• Colored pencils, colored markers, or other artistic supplies
  • About the Art section on the Polynesian Leg
  • One color copy of the Leg for every four students, or the ability to project the image onto a wall or screen


CO Standards

  • Visual Arts
    • Invent and Discover to Create
    • Observe and Learn to Comprehend
    • Relate and Connect to Transfer
    • Envision and Critique to Reflect
  • Language Arts
    • Oral Expression and Listening
    • Research and Reasoning
    • Reading for All Purposes

21st Century Skills

  • Collaboration
  • Critical Thinking & Reasoning
  • Information Literacy
  • Invention
  • Self-Direction

About the Art



Late 1800s

Artist not known, Marquesas Islands, Polynesia

Who Made It?

This wooden leg was carved by an artist from the Marquesas [mar-KAY-zas] Islands, a group of volcanic islands in French Polynesia, located in the Pacific Ocean. The Marquesas are the farthest group of islands from any continent. In terms of the arts, they are well-known for their tattoo art, as well as for their carvings in wood, bone, and shell. The process of tattooing in the Marquesas was treated as a ritual and the tattoo artist was a highly skilled artisan. Even today, many Marquesans beautify their bodies, proclaim their identities, and preserve their memories and experiences with tattoos.

What Inspired It?

We’re not sure why this particular object was created. It’s possible that it served as the leg for a specially constructed raised bed, made only for certain priests to lie on following the performance of important sacrifices. Tattoos were believed to protect a person’s body from harm and this belief applied to objects as well. Tattooing the bed’s leg may have served to protect these priests’ tapu, or sacred, state by preventing contact with the earth. This leg may also have been a model placed outside of a tattoo shop, advertising the services of the artist inside.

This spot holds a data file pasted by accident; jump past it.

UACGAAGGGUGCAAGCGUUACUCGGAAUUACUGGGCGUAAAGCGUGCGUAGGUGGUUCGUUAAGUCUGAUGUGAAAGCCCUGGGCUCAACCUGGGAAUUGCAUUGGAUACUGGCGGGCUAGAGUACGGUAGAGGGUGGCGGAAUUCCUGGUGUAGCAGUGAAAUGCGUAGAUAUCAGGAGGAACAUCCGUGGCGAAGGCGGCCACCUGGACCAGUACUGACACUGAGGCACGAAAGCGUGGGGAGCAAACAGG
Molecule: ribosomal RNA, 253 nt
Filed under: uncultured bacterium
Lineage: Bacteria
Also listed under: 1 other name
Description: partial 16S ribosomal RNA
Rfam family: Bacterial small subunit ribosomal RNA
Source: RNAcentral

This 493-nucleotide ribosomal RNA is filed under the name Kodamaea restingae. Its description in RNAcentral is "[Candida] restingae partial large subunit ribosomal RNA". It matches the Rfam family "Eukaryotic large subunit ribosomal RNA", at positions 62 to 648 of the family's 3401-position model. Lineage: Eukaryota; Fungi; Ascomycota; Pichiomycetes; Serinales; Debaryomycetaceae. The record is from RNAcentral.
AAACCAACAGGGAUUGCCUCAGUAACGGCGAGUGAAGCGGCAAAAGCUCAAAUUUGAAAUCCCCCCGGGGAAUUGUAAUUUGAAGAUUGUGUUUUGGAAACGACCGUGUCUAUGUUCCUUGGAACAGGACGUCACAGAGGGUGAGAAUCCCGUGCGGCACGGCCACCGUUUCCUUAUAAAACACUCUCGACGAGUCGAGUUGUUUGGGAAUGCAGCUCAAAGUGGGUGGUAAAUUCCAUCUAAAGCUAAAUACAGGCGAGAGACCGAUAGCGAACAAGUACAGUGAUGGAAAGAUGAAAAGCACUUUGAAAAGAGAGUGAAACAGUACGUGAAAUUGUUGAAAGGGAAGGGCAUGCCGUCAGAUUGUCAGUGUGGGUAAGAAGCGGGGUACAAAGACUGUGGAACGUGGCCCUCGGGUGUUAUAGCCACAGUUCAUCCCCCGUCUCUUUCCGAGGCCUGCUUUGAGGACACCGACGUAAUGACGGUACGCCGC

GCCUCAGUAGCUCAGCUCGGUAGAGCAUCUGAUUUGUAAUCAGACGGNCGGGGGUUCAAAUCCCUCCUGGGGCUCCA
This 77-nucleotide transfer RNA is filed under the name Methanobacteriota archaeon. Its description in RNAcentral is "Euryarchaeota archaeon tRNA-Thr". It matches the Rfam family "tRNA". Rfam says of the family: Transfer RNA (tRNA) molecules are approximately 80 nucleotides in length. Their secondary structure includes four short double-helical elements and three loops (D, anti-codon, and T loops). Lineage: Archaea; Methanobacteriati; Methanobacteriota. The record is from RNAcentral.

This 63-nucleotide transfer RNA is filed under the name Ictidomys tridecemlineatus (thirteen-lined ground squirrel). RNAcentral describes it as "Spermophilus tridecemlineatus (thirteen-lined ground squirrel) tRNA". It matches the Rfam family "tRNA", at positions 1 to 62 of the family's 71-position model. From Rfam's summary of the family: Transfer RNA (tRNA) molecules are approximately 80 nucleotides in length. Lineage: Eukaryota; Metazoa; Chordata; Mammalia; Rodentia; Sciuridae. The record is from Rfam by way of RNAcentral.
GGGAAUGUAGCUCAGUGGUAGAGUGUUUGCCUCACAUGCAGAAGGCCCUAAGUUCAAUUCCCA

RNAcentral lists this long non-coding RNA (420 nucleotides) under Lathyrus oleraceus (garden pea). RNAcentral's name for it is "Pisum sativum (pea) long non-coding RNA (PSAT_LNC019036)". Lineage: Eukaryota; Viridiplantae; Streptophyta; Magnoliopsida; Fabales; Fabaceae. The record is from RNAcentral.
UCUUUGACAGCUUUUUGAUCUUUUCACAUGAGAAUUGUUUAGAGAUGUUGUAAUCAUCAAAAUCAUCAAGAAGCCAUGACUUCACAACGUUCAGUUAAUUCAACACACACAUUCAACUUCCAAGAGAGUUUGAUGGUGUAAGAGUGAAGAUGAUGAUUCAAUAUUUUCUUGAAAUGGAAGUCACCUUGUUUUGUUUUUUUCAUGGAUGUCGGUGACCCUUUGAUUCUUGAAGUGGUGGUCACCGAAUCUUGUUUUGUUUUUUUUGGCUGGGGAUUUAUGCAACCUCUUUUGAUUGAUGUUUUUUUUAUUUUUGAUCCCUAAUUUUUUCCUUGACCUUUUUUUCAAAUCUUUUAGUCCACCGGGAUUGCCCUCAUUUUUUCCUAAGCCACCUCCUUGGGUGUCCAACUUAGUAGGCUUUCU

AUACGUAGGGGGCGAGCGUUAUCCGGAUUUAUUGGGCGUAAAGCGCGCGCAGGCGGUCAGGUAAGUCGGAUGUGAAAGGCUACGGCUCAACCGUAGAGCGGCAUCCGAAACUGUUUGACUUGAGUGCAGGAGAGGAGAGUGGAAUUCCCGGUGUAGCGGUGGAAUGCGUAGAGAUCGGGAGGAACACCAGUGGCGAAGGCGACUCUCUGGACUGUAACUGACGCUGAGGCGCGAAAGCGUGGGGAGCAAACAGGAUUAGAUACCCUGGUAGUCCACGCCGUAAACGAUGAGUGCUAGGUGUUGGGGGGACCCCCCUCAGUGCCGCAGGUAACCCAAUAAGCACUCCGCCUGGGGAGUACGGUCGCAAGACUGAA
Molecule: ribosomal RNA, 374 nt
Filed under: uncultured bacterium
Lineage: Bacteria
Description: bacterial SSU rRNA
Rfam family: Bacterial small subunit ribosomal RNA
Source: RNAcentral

In the past, tattooing was a major art form in the Marquesas Islands and it inevitably influenced other art forms. The tattooing style of the Marquesas was the most elaborate in all of Polynesia. Tattoo images were marks of beauty as well as a reflection of knowledge and cultural beliefs. They also signaled a person’s social status—a higher ranking individual would have more tattoos than an individual of a lesser rank. All-over tattooing was a development unique to this area. Both males and females were tattooed, although only men covered their bodies from head to toe. Designs were also different for women and men.


Tattoo Imagery
Tattoo Imagery

Tattoo images have been carved all around the circumference of the wooden leg. The carving is particularly detailed on the foot.


The large crack down the front of the leg happened before the leg came into the Denver Art Museum’s possession. It is evidence of curing of the wood as it aged.

Wooden Peg
Wooden Peg

The peg, or wooden block at the top of the leg tells us that it may have been attached to something else.

Funding for lesson plans provided by a grant from the Morgridge Family Foundation. Additional funding provided by the William Randolph Hearst Endowment for Education Programs, and Xcel Energy Foundation. We thank our colleagues at the University of Denver Morgridge College of Education.